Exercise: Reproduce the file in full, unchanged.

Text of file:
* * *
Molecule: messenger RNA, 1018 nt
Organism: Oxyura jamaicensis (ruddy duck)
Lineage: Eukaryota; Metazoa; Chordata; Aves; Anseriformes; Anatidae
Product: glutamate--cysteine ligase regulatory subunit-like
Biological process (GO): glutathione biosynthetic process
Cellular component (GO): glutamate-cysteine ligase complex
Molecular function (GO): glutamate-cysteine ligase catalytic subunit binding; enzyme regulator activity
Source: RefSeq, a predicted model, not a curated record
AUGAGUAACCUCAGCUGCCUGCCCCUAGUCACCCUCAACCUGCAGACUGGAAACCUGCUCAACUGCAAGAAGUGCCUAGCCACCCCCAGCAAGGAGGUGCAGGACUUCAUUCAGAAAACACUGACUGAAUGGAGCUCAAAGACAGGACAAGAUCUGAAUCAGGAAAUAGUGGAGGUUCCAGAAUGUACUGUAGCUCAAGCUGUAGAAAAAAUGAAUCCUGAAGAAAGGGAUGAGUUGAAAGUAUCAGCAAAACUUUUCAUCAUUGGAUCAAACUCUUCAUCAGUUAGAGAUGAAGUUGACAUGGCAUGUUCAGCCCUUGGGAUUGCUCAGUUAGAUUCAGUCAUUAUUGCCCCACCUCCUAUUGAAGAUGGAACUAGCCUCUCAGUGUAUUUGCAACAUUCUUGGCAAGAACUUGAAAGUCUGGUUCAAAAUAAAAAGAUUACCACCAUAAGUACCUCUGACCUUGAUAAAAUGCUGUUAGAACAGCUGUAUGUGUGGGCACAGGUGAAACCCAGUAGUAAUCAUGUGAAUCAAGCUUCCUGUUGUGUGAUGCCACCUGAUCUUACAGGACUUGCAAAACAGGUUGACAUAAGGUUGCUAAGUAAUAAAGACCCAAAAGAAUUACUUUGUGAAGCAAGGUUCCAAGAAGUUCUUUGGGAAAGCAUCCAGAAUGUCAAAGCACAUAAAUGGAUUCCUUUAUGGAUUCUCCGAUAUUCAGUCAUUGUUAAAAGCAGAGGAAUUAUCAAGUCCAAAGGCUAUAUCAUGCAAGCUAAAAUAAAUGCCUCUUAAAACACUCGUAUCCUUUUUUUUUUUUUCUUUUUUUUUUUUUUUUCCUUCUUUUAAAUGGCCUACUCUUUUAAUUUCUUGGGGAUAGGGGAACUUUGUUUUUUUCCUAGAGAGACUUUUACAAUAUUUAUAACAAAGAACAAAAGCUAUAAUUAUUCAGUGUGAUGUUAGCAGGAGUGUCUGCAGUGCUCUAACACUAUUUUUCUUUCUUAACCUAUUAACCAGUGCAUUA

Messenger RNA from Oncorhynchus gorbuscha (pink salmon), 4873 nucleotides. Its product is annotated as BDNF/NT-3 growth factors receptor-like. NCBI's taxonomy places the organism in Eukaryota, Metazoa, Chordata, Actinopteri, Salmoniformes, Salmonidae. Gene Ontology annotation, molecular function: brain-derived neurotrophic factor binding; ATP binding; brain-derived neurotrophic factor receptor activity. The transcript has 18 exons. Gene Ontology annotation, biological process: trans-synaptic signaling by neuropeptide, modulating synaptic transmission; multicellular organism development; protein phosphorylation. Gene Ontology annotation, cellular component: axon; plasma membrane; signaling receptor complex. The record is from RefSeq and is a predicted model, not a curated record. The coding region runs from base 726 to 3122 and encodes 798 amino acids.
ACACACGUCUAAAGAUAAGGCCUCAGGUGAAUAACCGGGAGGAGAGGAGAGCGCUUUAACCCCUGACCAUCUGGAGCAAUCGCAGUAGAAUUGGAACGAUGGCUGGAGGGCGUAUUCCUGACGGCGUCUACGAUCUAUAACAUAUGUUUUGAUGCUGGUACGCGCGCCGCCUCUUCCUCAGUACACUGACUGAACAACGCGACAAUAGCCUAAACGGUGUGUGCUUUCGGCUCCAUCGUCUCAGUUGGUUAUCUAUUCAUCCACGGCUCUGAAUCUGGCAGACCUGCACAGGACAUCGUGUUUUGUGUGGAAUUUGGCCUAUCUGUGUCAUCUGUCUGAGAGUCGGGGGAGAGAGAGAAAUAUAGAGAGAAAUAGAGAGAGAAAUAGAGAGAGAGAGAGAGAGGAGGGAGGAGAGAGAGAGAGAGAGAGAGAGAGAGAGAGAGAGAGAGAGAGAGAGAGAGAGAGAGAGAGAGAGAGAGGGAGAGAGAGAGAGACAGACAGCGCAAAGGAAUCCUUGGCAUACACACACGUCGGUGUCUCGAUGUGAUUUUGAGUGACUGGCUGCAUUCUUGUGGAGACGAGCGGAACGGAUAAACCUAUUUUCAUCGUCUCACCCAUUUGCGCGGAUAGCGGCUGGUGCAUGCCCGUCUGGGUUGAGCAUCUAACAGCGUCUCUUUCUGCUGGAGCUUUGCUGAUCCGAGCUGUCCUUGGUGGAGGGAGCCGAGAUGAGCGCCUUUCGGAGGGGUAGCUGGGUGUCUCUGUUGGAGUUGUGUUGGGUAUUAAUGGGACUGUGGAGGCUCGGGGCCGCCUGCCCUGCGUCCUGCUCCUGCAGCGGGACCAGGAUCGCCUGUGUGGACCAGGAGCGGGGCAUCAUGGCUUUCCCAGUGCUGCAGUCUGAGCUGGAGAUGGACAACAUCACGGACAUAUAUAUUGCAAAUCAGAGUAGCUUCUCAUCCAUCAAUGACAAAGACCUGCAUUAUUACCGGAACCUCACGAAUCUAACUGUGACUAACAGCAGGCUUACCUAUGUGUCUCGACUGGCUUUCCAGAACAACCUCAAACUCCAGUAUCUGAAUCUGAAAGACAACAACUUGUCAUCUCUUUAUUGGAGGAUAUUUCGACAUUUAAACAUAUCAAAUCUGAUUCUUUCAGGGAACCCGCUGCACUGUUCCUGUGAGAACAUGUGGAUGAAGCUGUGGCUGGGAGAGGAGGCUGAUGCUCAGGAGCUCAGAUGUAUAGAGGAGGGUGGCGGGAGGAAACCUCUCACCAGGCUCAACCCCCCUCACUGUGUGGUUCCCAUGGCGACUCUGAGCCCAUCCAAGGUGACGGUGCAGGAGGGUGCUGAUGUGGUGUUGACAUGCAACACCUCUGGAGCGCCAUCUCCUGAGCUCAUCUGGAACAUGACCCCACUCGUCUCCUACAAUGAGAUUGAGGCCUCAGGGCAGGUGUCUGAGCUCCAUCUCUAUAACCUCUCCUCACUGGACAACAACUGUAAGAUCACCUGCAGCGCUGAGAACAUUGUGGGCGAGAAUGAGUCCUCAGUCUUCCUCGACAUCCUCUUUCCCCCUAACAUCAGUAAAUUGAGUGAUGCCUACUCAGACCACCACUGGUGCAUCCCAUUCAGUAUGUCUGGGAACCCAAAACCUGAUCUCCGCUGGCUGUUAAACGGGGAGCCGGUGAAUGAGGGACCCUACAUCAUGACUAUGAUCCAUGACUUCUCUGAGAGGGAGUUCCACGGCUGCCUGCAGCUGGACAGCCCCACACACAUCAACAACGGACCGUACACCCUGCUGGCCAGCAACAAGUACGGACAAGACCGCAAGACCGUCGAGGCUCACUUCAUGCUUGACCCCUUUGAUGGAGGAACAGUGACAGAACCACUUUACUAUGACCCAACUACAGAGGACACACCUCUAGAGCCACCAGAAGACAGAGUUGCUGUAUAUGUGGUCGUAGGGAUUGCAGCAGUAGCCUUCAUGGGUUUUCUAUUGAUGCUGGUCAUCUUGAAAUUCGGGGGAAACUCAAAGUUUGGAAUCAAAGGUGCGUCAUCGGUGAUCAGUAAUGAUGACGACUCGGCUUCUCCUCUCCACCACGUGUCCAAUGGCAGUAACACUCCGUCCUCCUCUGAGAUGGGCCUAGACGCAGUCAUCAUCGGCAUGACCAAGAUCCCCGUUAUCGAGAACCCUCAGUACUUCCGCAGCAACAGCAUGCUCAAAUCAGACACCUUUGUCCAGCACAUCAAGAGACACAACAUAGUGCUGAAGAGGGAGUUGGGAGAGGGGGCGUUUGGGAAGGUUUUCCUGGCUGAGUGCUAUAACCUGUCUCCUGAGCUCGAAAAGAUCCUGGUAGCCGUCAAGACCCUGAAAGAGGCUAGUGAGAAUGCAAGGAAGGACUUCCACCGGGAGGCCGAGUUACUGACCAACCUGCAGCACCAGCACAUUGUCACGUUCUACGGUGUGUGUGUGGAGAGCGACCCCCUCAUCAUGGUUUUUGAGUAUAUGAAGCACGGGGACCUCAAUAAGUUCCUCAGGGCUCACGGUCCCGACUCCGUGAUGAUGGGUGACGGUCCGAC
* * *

Molecule: messenger RNA, 1018 nt
Organism: Oxyura jamaicensis (ruddy duck)
Lineage: Eukaryota; Metazoa; Chordata; Aves; Anseriformes; Anatidae
Product: glutamate--cysteine ligase regulatory subunit-like
Biological process (GO): glutathione biosynthetic process
Cellular component (GO): glutamate-cysteine ligase complex
Molecular function (GO): glutamate-cysteine ligase catalytic subunit binding; enzyme regulator activity
Source: RefSeq, a predicted model, not a curated record
AUGAGUAACCUCAGCUGCCUGCCCCUAGUCACCCUCAACCUGCAGACUGGAAACCUGCUCAACUGCAAGAAGUGCCUAGCCACCCCCAGCAAGGAGGUGCAGGACUUCAUUCAGAAAACACUGACUGAAUGGAGCUCAAAGACAGGACAAGAUCUGAAUCAGGAAAUAGUGGAGGUUCCAGAAUGUACUGUAGCUCAAGCUGUAGAAAAAAUGAAUCCUGAAGAAAGGGAUGAGUUGAAAGUAUCAGCAAAACUUUUCAUCAUUGGAUCAAACUCUUCAUCAGUUAGAGAUGAAGUUGACAUGGCAUGUUCAGCCCUUGGGAUUGCUCAGUUAGAUUCAGUCAUUAUUGCCCCACCUCCUAUUGAAGAUGGAACUAGCCUCUCAGUGUAUUUGCAACAUUCUUGGCAAGAACUUGAAAGUCUGGUUCAAAAUAAAAAGAUUACCACCAUAAGUACCUCUGACCUUGAUAAAAUGCUGUUAGAACAGCUGUAUGUGUGGGCACAGGUGAAACCCAGUAGUAAUCAUGUGAAUCAAGCUUCCUGUUGUGUGAUGCCACCUGAUCUUACAGGACUUGCAAAACAGGUUGACAUAAGGUUGCUAAGUAAUAAAGACCCAAAAGAAUUACUUUGUGAAGCAAGGUUCCAAGAAGUUCUUUGGGAAAGCAUCCAGAAUGUCAAAGCACAUAAAUGGAUUCCUUUAUGGAUUCUCCGAUAUUCAGUCAUUGUUAAAAGCAGAGGAAUUAUCAAGUCCAAAGGCUAUAUCAUGCAAGCUAAAAUAAAUGCCUCUUAAAACACUCGUAUCCUUUUUUUUUUUUUCUUUUUUUUUUUUUUUUCCUUCUUUUAAAUGGCCUACUCUUUUAAUUUCUUGGGGAUAGGGGAACUUUGUUUUUUUCCUAGAGAGACUUUUACAAUAUUUAUAACAAAGAACAAAAGCUAUAAUUAUUCAGUGUGAUGUUAGCAGGAGUGUCUGCAGUGCUCUAACACUAUUUUUCUUUCUUAACCUAUUAACCAGUGCAUUA

Messenger RNA from Oncorhynchus gorbuscha (pink salmon), 4873 nucleotides. Its product is annotated as BDNF/NT-3 growth factors receptor-like. NCBI's taxonomy places the organism in Eukaryota, Metazoa, Chordata, Actinopteri, Salmoniformes, Salmonidae. Gene Ontology annotation, molecular function: brain-derived neurotrophic factor binding; ATP binding; brain-derived neurotrophic factor receptor activity. The transcript has 18 exons. Gene Ontology annotation, biological process: trans-synaptic signaling by neuropeptide, modulating synaptic transmission; multicellular organism development; protein phosphorylation. Gene Ontology annotation, cellular component: axon; plasma membrane; signaling receptor complex. The record is from RefSeq and is a predicted model, not a curated record. The coding region runs from base 726 to 3122 and encodes 798 amino acids.
ACACACGUCUAAAGAUAAGGCCUCAGGUGAAUAACCGGGAGGAGAGGAGAGCGCUUUAACCCCUGACCAUCUGGAGCAAUCGCAGUAGAAUUGGAACGAUGGCUGGAGGGCGUAUUCCUGACGGCGUCUACGAUCUAUAACAUAUGUUUUGAUGCUGGUACGCGCGCCGCCUCUUCCUCAGUACACUGACUGAACAACGCGACAAUAGCCUAAACGGUGUGUGCUUUCGGCUCCAUCGUCUCAGUUGGUUAUCUAUUCAUCCACGGCUCUGAAUCUGGCAGACCUGCACAGGACAUCGUGUUUUGUGUGGAAUUUGGCCUAUCUGUGUCAUCUGUCUGAGAGUCGGGGGAGAGAGAGAAAUAUAGAGAGAAAUAGAGAGAGAAAUAGAGAGAGAGAGAGAGAGGAGGGAGGAGAGAGAGAGAGAGAGAGAGAGAGAGAGAGAGAGAGAGAGAGAGAGAGAGAGAGAGAGAGAGAGAGAGGGAGAGAGAGAGAGACAGACAGCGCAAAGGAAUCCUUGGCAUACACACACGUCGGUGUCUCGAUGUGAUUUUGAGUGACUGGCUGCAUUCUUGUGGAGACGAGCGGAACGGAUAAACCUAUUUUCAUCGUCUCACCCAUUUGCGCGGAUAGCGGCUGGUGCAUGCCCGUCUGGGUUGAGCAUCUAACAGCGUCUCUUUCUGCUGGAGCUUUGCUGAUCCGAGCUGUCCUUGGUGGAGGGAGCCGAGAUGAGCGCCUUUCGGAGGGGUAGCUGGGUGUCUCUGUUGGAGUUGUGUUGGGUAUUAAUGGGACUGUGGAGGCUCGGGGCCGCCUGCCCUGCGUCCUGCUCCUGCAGCGGGACCAGGAUCGCCUGUGUGGACCAGGAGCGGGGCAUCAUGGCUUUCCCAGUGCUGCAGUCUGAGCUGGAGAUGGACAACAUCACGGACAUAUAUAUUGCAAAUCAGAGUAGCUUCUCAUCCAUCAAUGACAAAGACCUGCAUUAUUACCGGAACCUCACGAAUCUAACUGUGACUAACAGCAGGCUUACCUAUGUGUCUCGACUGGCUUUCCAGAACAACCUCAAACUCCAGUAUCUGAAUCUGAAAGACAACAACUUGUCAUCUCUUUAUUGGAGGAUAUUUCGACAUUUAAACAUAUCAAAUCUGAUUCUUUCAGGGAACCCGCUGCACUGUUCCUGUGAGAACAUGUGGAUGAAGCUGUGGCUGGGAGAGGAGGCUGAUGCUCAGGAGCUCAGAUGUAUAGAGGAGGGUGGCGGGAGGAAACCUCUCACCAGGCUCAACCCCCCUCACUGUGUGGUUCCCAUGGCGACUCUGAGCCCAUCCAAGGUGACGGUGCAGGAGGGUGCUGAUGUGGUGUUGACAUGCAACACCUCUGGAGCGCCAUCUCCUGAGCUCAUCUGGAACAUGACCCCACUCGUCUCCUACAAUGAGAUUGAGGCCUCAGGGCAGGUGUCUGAGCUCCAUCUCUAUAACCUCUCCUCACUGGACAACAACUGUAAGAUCACCUGCAGCGCUGAGAACAUUGUGGGCGAGAAUGAGUCCUCAGUCUUCCUCGACAUCCUCUUUCCCCCUAACAUCAGUAAAUUGAGUGAUGCCUACUCAGACCACCACUGGUGCAUCCCAUUCAGUAUGUCUGGGAACCCAAAACCUGAUCUCCGCUGGCUGUUAAACGGGGAGCCGGUGAAUGAGGGACCCUACAUCAUGACUAUGAUCCAUGACUUCUCUGAGAGGGAGUUCCACGGCUGCCUGCAGCUGGACAGCCCCACACACAUCAACAACGGACCGUACACCCUGCUGGCCAGCAACAAGUACGGACAAGACCGCAAGACCGUCGAGGCUCACUUCAUGCUUGACCCCUUUGAUGGAGGAACAGUGACAGAACCACUUUACUAUGACCCAACUACAGAGGACACACCUCUAGAGCCACCAGAAGACAGAGUUGCUGUAUAUGUGGUCGUAGGGAUUGCAGCAGUAGCCUUCAUGGGUUUUCUAUUGAUGCUGGUCAUCUUGAAAUUCGGGGGAAACUCAAAGUUUGGAAUCAAAGGUGCGUCAUCGGUGAUCAGUAAUGAUGACGACUCGGCUUCUCCUCUCCACCACGUGUCCAAUGGCAGUAACACUCCGUCCUCCUCUGAGAUGGGCCUAGACGCAGUCAUCAUCGGCAUGACCAAGAUCCCCGUUAUCGAGAACCCUCAGUACUUCCGCAGCAACAGCAUGCUCAAAUCAGACACCUUUGUCCAGCACAUCAAGAGACACAACAUAGUGCUGAAGAGGGAGUUGGGAGAGGGGGCGUUUGGGAAGGUUUUCCUGGCUGAGUGCUAUAACCUGUCUCCUGAGCUCGAAAAGAUCCUGGUAGCCGUCAAGACCCUGAAAGAGGCUAGUGAGAAUGCAAGGAAGGACUUCCACCGGGAGGCCGAGUUACUGACCAACCUGCAGCACCAGCACAUUGUCACGUUCUACGGUGUGUGUGUGGAGAGCGACCCCCUCAUCAUGGUUUUUGAGUAUAUGAAGCACGGGGACCUCAAUAAGUUCCUCAGGGCUCACGGUCCCGACUCCGUGAUGAUGGGUGACGGUCCGAC